Portion of Highway Between Dallas-Fort Worth and Oklahoma City Closes Indefinitely

An estimated 10 inches of rain fell overnight north of the Texas border

Tropical Depression Bill has forced the closure of several Oklahoma highways including Interstate 35 from Ardmore to Davis.

According to Captain Paul Timmons with the Oklahoma Department of Public Safety, I-35 is closed for a undetermined amount of time due to high water and a rock slide.

The highway connects Oklahoma City to Dallas-Forth Worth, and state troopers are helping clear dislodged boulders from the roadway.

Southbound lanes opened Thursday afternoon, but as of 3 p.m. a 4-mile stretch northbound I-35 is closed from exit 47 to exit 51, just south of Davis, and will remain closed for an undetermined amount of time.

NBC 5's Ben Russell found backed up traffic that stretched for miles.

Kristen Greenwood, 20, took a back road to work because a lake was backing up onto the highway.

"I had to turn around. I couldn't drive on the whole 10-mile stretch," said Greenwood, from her job as a supervisor at Original Fried Pies in Davis.

"I was lucky because my exit was just after the lake, so I could get on, but all the rivers are flooding over the bridges and the lake is overflowing," she said. "I'm staying at work until they tell me to leave."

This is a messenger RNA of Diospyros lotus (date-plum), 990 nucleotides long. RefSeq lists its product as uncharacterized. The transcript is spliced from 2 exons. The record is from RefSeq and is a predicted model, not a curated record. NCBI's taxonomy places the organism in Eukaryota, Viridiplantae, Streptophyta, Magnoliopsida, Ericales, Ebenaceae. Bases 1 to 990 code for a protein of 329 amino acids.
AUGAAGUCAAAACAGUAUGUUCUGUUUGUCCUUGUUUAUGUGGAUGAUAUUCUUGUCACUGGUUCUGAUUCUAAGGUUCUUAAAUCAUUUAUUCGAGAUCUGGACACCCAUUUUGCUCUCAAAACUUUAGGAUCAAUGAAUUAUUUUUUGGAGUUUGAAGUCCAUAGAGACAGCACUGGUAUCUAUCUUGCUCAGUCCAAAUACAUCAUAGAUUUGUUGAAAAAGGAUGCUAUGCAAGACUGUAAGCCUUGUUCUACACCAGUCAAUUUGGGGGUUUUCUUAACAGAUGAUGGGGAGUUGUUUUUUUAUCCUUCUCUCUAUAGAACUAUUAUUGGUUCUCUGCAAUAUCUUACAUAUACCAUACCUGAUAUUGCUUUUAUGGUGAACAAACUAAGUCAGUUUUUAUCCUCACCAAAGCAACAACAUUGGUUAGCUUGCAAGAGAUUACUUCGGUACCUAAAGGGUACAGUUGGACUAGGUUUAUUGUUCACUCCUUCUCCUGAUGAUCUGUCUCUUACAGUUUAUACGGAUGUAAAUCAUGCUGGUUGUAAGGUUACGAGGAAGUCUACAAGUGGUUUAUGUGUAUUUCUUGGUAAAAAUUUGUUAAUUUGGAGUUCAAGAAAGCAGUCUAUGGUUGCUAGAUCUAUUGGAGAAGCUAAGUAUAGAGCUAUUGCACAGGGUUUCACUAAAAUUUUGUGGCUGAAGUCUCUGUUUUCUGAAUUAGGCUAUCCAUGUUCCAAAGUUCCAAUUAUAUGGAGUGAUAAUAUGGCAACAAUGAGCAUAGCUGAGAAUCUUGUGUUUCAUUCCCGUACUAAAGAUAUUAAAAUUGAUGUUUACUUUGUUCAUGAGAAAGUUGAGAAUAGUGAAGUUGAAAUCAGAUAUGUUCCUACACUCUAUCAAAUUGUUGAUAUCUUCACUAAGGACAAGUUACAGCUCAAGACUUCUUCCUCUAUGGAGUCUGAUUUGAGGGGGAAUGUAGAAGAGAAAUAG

Gazing out the pie shop window, Greenwood estimated that the water on the other side of the parking lot was several feet deep: "Probably waist-deep on me, but I'm short."

Traffic is being diverted to U.S. 77, according to Timmons. The Caddo Creek Bridge on U.S. 77 is down to one lane, so it could be slow going for many drivers.

Authorities recommend people who drive between Dallas and Oklahoma City seek an alternate route, such as Highway 69/75 through Durant or Interstate 44 through Lawton.

Missing Boy's Body Recovered

There have been no reported injuries caused by the storm, which came ashore Tuesday in southeastern Texas as Tropical Storm Bill before settling down into a tropical depression. It has claimed at least one life, though, that of a 2-year-old southern Oklahoma boy who was pulled from his father's arms by floodwaters late Wednesday.

Authorities found Jeremiah Mayer's body Thursday afternoon. It was about 30 yards from where the boy was last seen after being swept out of his father's arms Wednesday night.

Ardmore police Capt. Eric Hamblin said the boy's father was fleeing the rising Hickory Creek when floodwaters swamped him. He said the creek rose 12 to 15 feet in less than an hour.

Chopper 5 surveyed the Trinity River on Thursday, June 18, 2015, one day after Tropical Storm Bill rolled through North Texas.

Bill came ashore as a tropical storm Tuesday southwest of Houston and dumped more than 11 inches of rain along the coast before racing north and eventually slowing as it crossed into Oklahoma. The Washita River basin, which largely runs along Interstate 35 in southern Oklahoma, absorbed the heaviest rains.

Elvin Sweeten, whose family owns a 600-acre homestead a few miles from the Washita, said the floodwaters had surrounded his ranch.

"I see water everywhere," Sweeten said Thursday. "The entire ranch is under water."

He said he and his son spent the night cutting fences so their cows and horses can escape to higher ground.

"We just stay here and hope that the water doesn't get too much higher," Sweeten said. "We have a boat. If we have to get out, we can."

Your Photos: Tropical Depression Bill

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